Implementation can be described as consisting of eight main characteristics (2): (1) Fidelity is the extent to which an innovation corresponds to the originally intended program (e.g., % of program content delivered); (2) Dosage refers to how much of the original program has been delivered (how many lessons or periods, and time per lesson); (3) Quality means how well different program components have been conducted (e.g., “Are the main features of the intervention delivered clearly and correctly?”); (4) Participant responsiveness refers to the degree to which an intervention maintains the interest of participants; (5) Program differentiation involves the extent to which a program's theory and practices can be differentiated from other programs; (6) Monitoring of comparison conditions involves describing the amount and nature of alternative services received by the participants; (7) Program reach refers to the representativeness of program participants. Finally, (8) Adaptation refers to changes made to the original program during implementation (2). In this study, we chose to examine Fidelity, Adaptation, Dosage, Quality and Participant responsiveness in the implementation of a didactic and interactive resilience-promoting program for children in two different delivery systems—schools and social services—to gain knowledge about whether the program can be implemented similarly across settings. Knowledge of implementation outcomes across settings may act as a guide to further investment. We chose to focus on these outcomes as they are among the most commonly assessed and discussed aspects of implementation in the literature on preventive interventions aimed at children and adolescents (79).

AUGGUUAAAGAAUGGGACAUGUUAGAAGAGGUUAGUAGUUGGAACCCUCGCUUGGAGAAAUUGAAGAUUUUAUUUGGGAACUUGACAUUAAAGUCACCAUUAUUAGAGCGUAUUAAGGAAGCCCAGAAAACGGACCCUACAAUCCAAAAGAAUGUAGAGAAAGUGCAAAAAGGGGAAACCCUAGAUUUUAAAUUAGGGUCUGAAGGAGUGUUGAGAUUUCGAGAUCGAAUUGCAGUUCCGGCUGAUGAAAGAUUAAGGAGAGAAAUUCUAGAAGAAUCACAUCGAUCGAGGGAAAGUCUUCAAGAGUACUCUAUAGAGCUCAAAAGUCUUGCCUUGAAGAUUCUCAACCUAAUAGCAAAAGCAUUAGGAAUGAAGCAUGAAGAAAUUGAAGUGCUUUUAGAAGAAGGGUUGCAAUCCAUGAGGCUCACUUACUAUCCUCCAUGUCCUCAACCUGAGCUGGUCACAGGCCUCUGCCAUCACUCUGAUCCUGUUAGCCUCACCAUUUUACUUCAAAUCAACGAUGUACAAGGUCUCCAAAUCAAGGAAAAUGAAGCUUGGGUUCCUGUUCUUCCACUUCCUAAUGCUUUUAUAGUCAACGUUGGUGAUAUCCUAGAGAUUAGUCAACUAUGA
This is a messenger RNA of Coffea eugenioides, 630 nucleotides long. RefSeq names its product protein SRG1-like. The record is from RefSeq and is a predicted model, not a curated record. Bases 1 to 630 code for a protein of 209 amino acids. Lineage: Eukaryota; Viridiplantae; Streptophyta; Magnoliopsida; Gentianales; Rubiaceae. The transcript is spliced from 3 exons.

The context is highly relevant to the implementation of new health-related programs, such as RESCUR, and is therefore implicitly or explicitly part of the major implementation models in the literature (1, 2). Meyers et al., when reviewing 25 implementation frameworks, found four phases that constitute what is called the “Quality Implementation Framework (QIF) (1). These steps were: Initial consideration Regarding the Host Setting, Creating a Structure for Implementation, Ongoing Structure Once Implementation Begins, and Improving Future Applications. Nilsen and Bernhardsson (10) recently performed a scoping review that examined frameworks describing the contextual factors involved in implementation outcomes. They found that the most common context dimensions were organizational support (included in all 17 frameworks), financial resources (in 16 frameworks), social relations and support (in 15 frameworks), leadership (in 14 frameworks), and organizational culture and organizational readiness to change (in 12 frameworks). Patients/Participants as a contextual determinant were addressed in 11 of the frameworks. Moreover, the authors found that the frameworks included two types of contextual dimensions: those that function as necessary conditions for implementation, and those that act as driving forces for the achievement of implementation. For example, having resources and time may be favorable conditions for implementation, but they generally need to be combined with organizational support and leadership if implementation is to succeed. Taking these findings into account, it is clear that context is a multi-dimensional concept that needs to be addressed when implementing an intervention in a novel context.

Scaling-out refers to expanding the implementation of an intervention or program to a new population or through a new delivery system (11). The intervention examined in this study, the RESilience CURriculum (RESCUR), also known as Surfing the Waves (12), was created as a universal intervention for implementation in schools by teachers; here, however, we wanted to examine, for the first time, whether it could be scaled out for another delivery system, namely social services. Before scaling-out, there must be sufficient justification for it; that is, any new intervention should be expected to provide benefits similar to those found in earlier trials. Since RESCUR aims to decrease children's vulnerability and promote the emotional and social learning of children who may be at risk of early social exclusion, it seemed relevant to examine whether RESCUR could be scaled-out to the social services sector.